Preparing For Storms When You Have Medical Needs
Consider this past weekend a dry run -- in spite of all the rain – for tropical storm and hurricane preparation. Tropical Storm Erika never made it to Florida, but emergency officials spent much of last week urging people to get ready.
For people with special medical needs, getting ready is a lot more complicated. Extra preparations for people who are managing chronic medical conditions may include getting early prescription refills, figuring out how to keep a ventilator on or keeping certain medications cold.
Dr. Theo Sai is the chief medical officer for senior products for Humana in Central Florida. He's also lived through several hurricanes, so when he offers advice on preparing for storms, it comes from personal experience.
“I remember the worst one for me was in the Bahamas, where I was on the first floor and it was a pretty bad hurricane, and Nassau typically floods a lot,” he said. “So just being there alone in the apartment by myself and basically not having access to anything, it kind of brings home the point that it is important to prepare.”
He said it took that storm to get him to do things differently.
“I mean, something as simple as water, thank God I had a gallon of water there, but if that storm had lasted a little bit longer, I don't know what I would have done,” Sai said. “I used to say, 'why do people rush to the supermarkets when there's a storm coming?’ But after that, I used to be the first person in the line, to make sure that I had everything ready.”
Since power outages can also impact ventilators and other devices, Sai recommends evacuating out of the area with friends or family, or registering for your county's special needs shelter.
“If you stay at home and there is a loss of electricity, your refrigerator obviously cannot keep the temperatures that are required to make sure that your medication doesn't go to waste,” Sai said.
Keely Smith is the special needs shelter coordinator for Hillsborough County. Individuals who need assistance with medication, rely on medical devices that need a power supply or use oxygen are among those who meet the medical criteria for special needs shelters.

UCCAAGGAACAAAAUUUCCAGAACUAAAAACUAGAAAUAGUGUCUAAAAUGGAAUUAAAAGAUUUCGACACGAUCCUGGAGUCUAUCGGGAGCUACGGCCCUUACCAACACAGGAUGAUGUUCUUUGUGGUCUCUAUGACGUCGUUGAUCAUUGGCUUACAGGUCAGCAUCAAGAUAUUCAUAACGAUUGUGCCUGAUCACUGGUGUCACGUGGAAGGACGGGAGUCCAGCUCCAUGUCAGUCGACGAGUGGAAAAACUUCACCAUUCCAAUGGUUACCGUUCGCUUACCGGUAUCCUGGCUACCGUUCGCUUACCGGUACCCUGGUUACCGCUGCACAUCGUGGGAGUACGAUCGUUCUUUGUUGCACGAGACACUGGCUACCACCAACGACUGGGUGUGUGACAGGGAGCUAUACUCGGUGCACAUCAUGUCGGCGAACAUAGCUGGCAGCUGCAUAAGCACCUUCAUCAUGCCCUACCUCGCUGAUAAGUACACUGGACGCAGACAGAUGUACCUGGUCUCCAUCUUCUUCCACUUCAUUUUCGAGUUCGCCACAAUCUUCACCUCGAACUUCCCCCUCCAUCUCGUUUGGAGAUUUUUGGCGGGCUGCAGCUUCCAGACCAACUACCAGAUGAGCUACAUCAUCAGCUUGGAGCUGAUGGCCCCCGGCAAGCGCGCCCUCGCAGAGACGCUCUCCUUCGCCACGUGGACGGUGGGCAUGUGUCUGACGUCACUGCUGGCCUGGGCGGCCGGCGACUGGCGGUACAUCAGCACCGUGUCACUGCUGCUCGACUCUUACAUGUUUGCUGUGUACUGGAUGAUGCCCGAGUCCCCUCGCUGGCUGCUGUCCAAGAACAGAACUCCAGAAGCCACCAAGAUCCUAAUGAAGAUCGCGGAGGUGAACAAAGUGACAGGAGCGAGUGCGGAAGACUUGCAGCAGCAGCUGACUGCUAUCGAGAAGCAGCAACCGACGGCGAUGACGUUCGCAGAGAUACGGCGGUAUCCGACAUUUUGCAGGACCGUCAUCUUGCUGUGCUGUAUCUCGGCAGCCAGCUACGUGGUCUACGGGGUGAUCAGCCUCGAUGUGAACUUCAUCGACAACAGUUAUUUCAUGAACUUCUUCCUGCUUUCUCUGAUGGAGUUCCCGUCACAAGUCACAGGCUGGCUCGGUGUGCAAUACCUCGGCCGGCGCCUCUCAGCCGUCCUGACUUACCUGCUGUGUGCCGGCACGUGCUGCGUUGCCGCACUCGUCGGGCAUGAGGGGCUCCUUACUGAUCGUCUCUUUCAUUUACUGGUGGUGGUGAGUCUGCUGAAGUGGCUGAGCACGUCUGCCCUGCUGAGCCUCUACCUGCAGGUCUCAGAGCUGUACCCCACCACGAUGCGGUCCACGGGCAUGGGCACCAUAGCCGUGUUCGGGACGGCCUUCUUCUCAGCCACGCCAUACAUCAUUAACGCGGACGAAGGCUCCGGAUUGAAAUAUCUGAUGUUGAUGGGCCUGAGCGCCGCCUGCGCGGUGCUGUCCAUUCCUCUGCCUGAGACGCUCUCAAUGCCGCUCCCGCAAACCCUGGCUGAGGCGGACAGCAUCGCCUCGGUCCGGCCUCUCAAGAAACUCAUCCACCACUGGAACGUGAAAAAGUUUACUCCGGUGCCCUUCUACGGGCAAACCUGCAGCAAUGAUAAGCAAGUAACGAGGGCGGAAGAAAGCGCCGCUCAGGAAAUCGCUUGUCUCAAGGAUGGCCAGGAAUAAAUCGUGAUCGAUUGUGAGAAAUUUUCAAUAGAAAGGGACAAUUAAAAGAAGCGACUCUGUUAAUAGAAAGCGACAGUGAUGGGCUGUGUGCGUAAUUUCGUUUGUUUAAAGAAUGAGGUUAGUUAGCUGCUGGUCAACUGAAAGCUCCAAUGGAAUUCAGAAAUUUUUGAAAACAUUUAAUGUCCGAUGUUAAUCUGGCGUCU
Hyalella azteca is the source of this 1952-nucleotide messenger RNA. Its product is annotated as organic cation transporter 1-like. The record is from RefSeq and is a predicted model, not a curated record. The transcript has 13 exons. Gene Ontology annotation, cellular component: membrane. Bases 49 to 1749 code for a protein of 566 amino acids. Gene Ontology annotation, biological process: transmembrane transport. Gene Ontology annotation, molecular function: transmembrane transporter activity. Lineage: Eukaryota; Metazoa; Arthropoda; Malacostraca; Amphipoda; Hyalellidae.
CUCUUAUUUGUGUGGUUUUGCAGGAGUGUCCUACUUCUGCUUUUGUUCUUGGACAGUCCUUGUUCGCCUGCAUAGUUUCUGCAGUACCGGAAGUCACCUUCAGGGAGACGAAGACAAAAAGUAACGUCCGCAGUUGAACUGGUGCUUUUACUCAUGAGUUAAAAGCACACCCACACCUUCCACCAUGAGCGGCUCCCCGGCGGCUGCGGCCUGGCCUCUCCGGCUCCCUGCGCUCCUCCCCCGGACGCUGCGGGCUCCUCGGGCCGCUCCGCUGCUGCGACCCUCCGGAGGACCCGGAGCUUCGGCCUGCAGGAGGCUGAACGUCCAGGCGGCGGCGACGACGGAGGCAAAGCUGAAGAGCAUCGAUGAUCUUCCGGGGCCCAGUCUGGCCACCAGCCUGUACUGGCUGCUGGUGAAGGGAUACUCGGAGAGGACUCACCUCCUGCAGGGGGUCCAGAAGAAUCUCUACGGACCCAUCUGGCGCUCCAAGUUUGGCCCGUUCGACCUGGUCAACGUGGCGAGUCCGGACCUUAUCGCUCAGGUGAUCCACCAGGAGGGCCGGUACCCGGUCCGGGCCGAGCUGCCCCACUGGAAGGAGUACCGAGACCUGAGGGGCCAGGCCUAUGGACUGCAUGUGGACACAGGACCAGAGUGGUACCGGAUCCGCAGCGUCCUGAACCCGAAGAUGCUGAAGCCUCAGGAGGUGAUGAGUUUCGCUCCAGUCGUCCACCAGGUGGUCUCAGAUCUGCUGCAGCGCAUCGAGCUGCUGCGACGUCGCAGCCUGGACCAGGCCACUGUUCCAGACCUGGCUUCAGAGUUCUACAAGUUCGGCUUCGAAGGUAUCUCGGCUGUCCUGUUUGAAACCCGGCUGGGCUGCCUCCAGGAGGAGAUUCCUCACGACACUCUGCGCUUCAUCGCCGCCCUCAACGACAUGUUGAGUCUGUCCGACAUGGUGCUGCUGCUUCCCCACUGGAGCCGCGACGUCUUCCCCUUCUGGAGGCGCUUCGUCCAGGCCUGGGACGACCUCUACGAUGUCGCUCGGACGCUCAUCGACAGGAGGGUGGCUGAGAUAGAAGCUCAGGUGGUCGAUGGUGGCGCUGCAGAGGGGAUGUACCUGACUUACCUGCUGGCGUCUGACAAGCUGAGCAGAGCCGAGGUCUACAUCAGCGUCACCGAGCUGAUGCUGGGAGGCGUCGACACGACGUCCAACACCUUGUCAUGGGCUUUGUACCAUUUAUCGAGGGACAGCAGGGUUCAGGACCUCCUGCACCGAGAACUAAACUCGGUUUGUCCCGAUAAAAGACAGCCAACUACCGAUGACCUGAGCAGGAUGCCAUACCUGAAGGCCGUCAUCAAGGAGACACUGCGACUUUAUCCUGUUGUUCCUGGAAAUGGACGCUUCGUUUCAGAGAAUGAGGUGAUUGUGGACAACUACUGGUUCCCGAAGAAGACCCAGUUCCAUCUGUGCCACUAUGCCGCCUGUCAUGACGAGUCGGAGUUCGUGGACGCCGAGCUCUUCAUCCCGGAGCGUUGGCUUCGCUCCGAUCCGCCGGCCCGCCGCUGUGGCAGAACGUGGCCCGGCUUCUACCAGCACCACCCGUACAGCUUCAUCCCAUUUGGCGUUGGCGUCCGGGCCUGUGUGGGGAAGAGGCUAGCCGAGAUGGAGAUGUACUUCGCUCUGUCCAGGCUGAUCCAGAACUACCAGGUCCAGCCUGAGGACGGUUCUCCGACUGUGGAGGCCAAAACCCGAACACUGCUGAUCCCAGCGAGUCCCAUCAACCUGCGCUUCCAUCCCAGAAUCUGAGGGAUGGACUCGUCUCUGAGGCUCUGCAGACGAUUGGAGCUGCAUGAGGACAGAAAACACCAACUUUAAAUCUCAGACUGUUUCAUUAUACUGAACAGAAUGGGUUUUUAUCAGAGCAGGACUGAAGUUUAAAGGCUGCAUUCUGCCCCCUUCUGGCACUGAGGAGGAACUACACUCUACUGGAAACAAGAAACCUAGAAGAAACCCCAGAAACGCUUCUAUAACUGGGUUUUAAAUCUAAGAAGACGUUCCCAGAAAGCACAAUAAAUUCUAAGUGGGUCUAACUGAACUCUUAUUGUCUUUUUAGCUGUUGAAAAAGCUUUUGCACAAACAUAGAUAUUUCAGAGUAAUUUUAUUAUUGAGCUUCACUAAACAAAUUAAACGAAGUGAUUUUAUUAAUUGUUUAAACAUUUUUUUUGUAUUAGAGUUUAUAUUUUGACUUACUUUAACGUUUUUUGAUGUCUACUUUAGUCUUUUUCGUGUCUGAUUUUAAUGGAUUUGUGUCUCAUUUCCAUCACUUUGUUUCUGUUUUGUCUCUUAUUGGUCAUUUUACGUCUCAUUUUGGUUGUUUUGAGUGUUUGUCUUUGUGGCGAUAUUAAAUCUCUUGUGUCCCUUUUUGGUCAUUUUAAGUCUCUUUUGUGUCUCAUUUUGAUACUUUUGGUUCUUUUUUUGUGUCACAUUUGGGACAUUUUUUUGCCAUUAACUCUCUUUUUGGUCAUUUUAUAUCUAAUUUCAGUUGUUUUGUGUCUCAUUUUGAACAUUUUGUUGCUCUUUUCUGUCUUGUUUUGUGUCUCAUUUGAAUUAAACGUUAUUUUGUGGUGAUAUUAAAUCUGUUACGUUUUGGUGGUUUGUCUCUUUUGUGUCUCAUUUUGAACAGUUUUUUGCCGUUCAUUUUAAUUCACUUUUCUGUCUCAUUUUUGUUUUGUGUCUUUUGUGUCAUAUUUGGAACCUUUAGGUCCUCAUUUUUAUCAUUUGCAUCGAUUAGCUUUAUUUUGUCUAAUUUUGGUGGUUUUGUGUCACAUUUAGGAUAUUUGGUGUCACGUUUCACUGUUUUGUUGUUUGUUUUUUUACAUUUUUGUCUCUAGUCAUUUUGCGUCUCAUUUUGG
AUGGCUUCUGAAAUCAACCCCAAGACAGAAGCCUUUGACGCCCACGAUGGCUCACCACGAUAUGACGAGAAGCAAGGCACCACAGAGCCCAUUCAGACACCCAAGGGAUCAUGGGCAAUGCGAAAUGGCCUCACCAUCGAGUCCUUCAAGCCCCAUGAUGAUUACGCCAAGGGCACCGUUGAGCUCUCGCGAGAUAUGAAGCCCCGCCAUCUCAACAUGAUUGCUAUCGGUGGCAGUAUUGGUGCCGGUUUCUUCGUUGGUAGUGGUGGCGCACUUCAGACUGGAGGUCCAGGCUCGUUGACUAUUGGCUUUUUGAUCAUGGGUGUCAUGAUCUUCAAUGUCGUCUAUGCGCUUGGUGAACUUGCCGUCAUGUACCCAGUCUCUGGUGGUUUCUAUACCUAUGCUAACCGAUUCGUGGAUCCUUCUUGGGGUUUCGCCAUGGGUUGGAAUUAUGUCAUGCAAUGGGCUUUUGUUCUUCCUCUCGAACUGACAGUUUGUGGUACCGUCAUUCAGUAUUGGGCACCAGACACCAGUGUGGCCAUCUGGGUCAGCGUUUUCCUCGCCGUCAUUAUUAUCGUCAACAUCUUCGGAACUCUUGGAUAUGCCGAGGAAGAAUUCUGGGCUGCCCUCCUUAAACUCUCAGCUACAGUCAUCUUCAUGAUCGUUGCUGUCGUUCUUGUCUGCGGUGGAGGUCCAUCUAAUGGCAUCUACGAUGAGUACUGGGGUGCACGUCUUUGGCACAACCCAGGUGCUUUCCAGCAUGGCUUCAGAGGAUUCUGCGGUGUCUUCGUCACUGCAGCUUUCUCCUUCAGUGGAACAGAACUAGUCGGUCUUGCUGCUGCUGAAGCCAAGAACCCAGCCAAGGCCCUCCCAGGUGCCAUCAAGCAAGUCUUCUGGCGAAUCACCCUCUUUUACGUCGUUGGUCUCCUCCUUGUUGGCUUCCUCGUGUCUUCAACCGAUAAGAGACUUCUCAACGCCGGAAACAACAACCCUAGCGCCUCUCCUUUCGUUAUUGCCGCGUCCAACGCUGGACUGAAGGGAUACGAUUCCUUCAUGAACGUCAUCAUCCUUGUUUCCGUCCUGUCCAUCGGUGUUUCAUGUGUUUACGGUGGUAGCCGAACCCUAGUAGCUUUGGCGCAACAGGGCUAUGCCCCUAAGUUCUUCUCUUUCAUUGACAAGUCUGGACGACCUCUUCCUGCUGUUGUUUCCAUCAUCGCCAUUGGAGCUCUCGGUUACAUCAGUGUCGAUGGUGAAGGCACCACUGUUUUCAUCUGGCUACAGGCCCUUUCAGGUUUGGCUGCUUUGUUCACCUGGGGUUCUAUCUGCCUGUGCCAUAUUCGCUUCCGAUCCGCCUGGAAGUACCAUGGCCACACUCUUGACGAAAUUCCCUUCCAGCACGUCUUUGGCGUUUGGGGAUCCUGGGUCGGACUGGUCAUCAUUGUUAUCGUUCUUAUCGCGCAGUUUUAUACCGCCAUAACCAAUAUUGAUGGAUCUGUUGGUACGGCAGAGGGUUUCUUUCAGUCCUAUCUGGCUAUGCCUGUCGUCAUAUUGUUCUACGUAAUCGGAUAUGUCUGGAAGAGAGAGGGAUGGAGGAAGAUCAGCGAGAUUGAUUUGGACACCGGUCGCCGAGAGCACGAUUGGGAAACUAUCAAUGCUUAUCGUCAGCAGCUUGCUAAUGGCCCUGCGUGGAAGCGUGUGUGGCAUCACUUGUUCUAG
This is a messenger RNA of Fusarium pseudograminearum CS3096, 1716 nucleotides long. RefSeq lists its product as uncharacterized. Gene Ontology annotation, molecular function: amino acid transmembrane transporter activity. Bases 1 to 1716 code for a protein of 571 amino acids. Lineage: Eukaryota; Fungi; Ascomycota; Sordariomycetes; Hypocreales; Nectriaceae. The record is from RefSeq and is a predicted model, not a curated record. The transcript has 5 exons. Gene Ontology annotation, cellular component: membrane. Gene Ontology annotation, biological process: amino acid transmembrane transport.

Each Florida county has a registration form, available online or by calling the county health department or sheriff. More information and applications for special needs medical shelters are available online at this link.
Smith said pre-registration is important, but people who show up at the shelter and are qualified to stay there won’t be turned away.
“Individuals that are preregistered for the program, they’ll walk in, give the registration desk their name, and then get let right on into the shelter,” Smith said. “If you haven’t preregistered, then you’ll have to go through a triage process, where the nurses will have to determine whether or not you qualify, and then you’ll have to get registered and provide all of your information.”
Smith also said that if you have medical records, you need to make sure to make copies and bring those with you if you evacuate.
“People don’t think about trying to recreate 80 years of medical history,” she said.
As part of any evacuation plan, whether you're going to a shelter or elsewhere, you need to make sure you bring your medications with you.
Sylvia Smith of Disability Rights Florida said a state law passed in 2006 allows for early prescription refills under certain emergency circumstances, such as if your county is under a hurricane warning, is part of the Florida Governor's state of emergency, or if your county has activated its emergency operations center.
"The insurance companies are required by Florida law to remove any barrier to you receiving an early refill for your medication,” Smith said.
Smith said that because of this law, her organization no longer get complaints from people who say they had trouble getting an early prescription refill to put in their hurricane emergency kit.
Lottie Watts is a reporter and producer with WUSF in Tampa. Health News Florida receives support from the Corporation for Public Broadcasting.